Tomorrow: Y Is For Jane Yolen

Thursday, April 27, 2023

A To Z Challenge 2023: Myth And Folk Tales In Fiction - W Is For The Wee Free Men

Two books for you today. Firstly, The Wee Free Men.

 Terry Pratchett wrote a series of novels set on the Discworld, in a part that was similar to the south of England. The heroine, Tiffany Aching, is nine years old in The Wee Free Men, and grows up in the course of the series, becoming a witch and training with the two witches from the other Discworld novels, Grsnny Weatherwax and Nanny Ogg. She lives on a farm with sheep and her grandmother was a highly respected shepherd, also probably a witch, though one who never trained in the profession. 

Tiffany is a highly intelligent child who has read the dictionary from cover to cover, and knows a lot of long words. She first  meets the Wee Free Men - the Nac Mac Feegles - while down by the river, where they warn her about the coming of the monster Jenny Greenteeth - “the green heid!” 

She uses her little brother Wentworth as bait and hits the monster with a frying pan, which later comes in useful against the Queen of the Fairies.

The Feegles are six inches high, fierce warriors with Scottish accents who love strong drink and fighting, in no special order, either or both will do. They first appeared in Carpe Jugulum, in which their leader(and mother)the kelda, helped Lancre King Verence escape from the spell of the vampires who have invaded the kingdom. They were thrown out of Fairyland for getting drunk in the afternoon. They believe that they are dead and in heaven because of the amazing opportunities for boozing and fighting. When they do die, it’s assumed they have gone back to the first world.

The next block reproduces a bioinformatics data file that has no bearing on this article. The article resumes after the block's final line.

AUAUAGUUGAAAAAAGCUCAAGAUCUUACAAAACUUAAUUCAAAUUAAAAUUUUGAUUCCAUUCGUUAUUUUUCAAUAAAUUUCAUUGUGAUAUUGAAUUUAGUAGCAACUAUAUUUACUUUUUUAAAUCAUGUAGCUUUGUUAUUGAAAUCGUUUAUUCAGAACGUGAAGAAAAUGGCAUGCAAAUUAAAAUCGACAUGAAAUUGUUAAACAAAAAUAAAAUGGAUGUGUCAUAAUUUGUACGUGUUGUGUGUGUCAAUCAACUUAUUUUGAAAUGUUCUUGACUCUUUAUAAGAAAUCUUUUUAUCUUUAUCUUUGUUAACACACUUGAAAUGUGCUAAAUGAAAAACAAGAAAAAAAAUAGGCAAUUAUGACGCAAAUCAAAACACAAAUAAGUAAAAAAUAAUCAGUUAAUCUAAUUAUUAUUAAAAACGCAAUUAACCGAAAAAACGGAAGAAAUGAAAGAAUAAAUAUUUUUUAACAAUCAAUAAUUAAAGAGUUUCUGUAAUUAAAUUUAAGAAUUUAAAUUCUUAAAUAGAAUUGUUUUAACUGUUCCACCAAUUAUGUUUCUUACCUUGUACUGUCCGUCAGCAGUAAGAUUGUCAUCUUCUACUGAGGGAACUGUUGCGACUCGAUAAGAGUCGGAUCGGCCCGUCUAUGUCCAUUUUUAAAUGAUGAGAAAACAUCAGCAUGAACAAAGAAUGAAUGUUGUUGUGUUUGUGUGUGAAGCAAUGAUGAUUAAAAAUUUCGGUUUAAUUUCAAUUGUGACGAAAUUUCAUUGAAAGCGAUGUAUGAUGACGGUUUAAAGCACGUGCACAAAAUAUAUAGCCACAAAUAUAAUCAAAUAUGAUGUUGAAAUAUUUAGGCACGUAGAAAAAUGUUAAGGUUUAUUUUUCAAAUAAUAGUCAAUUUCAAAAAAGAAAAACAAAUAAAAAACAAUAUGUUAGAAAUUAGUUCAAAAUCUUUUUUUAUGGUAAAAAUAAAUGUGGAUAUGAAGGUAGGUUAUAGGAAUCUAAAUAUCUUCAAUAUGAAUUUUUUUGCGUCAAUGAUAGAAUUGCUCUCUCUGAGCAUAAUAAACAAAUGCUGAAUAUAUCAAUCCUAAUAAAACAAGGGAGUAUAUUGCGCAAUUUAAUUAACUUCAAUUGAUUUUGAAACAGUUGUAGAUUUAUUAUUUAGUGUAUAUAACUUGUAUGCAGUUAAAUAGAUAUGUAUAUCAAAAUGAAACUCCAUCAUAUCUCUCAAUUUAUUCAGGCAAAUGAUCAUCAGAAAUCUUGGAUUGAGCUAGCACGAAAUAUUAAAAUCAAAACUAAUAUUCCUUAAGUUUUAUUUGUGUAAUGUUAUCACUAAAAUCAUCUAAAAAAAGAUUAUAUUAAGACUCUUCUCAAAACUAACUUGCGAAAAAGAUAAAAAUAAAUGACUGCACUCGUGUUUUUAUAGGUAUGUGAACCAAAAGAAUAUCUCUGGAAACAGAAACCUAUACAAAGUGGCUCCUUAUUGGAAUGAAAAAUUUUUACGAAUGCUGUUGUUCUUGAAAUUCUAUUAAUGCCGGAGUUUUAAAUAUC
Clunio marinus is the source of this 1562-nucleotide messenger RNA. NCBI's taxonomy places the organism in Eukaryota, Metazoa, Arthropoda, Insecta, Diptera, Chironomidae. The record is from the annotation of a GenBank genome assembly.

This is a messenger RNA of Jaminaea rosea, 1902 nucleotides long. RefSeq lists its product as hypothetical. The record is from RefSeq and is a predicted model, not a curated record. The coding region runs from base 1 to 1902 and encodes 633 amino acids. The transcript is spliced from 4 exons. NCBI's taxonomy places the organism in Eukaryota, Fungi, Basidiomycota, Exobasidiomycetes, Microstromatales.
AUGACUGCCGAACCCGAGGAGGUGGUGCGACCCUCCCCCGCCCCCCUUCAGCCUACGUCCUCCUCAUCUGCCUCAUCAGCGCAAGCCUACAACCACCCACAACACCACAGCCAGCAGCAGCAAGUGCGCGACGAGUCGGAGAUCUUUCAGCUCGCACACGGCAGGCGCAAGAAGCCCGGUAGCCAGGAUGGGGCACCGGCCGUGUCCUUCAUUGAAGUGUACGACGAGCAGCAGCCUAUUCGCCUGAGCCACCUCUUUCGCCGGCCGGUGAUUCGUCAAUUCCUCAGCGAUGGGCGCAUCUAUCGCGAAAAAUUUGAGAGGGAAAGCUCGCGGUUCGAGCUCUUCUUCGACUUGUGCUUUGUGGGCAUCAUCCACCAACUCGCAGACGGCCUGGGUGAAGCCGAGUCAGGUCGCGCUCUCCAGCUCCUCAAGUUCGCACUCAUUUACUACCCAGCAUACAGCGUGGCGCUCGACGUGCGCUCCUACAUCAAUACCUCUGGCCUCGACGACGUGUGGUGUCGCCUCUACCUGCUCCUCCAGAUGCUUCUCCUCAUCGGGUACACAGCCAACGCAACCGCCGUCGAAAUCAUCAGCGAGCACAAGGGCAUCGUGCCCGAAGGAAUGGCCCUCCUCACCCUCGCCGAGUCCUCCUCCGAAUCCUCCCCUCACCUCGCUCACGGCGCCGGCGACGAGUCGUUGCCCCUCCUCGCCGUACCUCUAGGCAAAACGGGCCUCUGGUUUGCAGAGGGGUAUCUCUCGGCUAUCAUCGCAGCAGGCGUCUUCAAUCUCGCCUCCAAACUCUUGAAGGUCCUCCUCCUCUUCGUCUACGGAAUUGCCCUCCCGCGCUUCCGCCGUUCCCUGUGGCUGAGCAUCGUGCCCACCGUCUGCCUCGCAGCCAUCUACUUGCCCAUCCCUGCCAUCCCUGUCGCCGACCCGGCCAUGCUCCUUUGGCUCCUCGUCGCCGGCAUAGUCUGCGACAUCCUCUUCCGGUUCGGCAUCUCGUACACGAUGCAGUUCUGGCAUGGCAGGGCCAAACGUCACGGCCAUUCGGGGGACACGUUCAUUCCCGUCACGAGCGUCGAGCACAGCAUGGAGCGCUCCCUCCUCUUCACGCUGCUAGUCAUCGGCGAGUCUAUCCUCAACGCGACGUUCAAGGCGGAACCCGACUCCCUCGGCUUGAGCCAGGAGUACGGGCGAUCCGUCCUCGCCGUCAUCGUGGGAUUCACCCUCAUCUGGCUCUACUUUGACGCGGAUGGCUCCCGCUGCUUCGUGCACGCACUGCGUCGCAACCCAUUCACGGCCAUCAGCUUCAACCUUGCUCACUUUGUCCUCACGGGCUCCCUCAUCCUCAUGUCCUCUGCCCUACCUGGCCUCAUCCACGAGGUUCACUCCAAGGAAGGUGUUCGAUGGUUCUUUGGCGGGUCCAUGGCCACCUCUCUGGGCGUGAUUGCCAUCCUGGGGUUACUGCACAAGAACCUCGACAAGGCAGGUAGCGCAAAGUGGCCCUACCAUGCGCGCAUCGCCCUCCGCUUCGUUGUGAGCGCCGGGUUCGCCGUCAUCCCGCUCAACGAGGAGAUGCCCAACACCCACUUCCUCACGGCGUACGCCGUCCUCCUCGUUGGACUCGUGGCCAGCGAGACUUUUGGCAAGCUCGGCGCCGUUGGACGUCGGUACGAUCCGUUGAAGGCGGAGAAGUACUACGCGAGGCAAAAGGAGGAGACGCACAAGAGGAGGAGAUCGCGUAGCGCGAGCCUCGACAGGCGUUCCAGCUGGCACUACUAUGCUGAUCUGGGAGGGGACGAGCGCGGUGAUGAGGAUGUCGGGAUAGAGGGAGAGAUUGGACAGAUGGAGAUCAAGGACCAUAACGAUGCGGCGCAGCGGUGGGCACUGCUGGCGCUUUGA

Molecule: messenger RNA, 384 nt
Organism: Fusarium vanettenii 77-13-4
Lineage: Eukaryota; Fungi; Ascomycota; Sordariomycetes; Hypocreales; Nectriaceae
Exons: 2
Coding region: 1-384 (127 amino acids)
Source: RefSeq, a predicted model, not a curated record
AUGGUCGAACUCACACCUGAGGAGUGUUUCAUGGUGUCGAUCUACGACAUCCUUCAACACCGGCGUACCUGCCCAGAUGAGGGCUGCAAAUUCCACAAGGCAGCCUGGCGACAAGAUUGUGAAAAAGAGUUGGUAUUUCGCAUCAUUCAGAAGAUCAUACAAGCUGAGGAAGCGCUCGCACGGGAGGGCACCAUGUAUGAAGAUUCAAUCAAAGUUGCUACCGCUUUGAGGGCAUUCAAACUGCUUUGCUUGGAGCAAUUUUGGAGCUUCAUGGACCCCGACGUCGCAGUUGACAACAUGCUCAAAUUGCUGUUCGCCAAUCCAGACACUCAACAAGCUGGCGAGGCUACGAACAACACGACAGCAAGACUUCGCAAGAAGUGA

Terry Pratchett used folklore extensively in his books. There are many folklore references in this one. Jenny Greenteeth is a creature of British folklore, probably designed to scare children to keep them

out of danger. But also the Fairies are not the sweet little things who hang around in flowers. They are dangerous and scary. These are the real fairies of folklore. And their Queen kidnaps Tiffany’s little brother. 

Time to get out the frying pan.

The Feegles might be Pratchett’s, but are also a part of the folklore of Britain. It is said that if you leave sixpence and an unshod horse, your sixpence will be gone next day and so will the horse. This is a joke, of course, based on the saying about Wayland Smith. There is another one about leaving milk out for them, upon which they will break into your house and empty the drinks cabinet. This is a send up of the folk tales in which you leave out milk for the fairies, which help out on the farm. Er, no - the Feegles won’t do that. Not for a saucer of milk, anyway.

The series is available everywhere, in print and ebook and audiobook, read by Stephen Briggs(complete) or Tony Robinson(abridged)

W is also for Whom The Gods Would Destroy by Richard  Powell. It’s my favourite Trojan War novel. The hero, Helios, is a Trojan boy captured by the Greeks on the first day of the war, and brought up with Neoptolemus, son of Achilles. 

During that time his mentor and father-figure is Odysseus, who is shown as the only one of the Greek leaders with a brain. The author has a lot of fun describing the leaders in terms of their pompousness and foolishness. They are very much like they were in the Iliad. Nestor of Pylos, the oldest of them, was described in mythology as wise, but in this novel he just will not shut up and everyone has to sit and listen to him waffle on.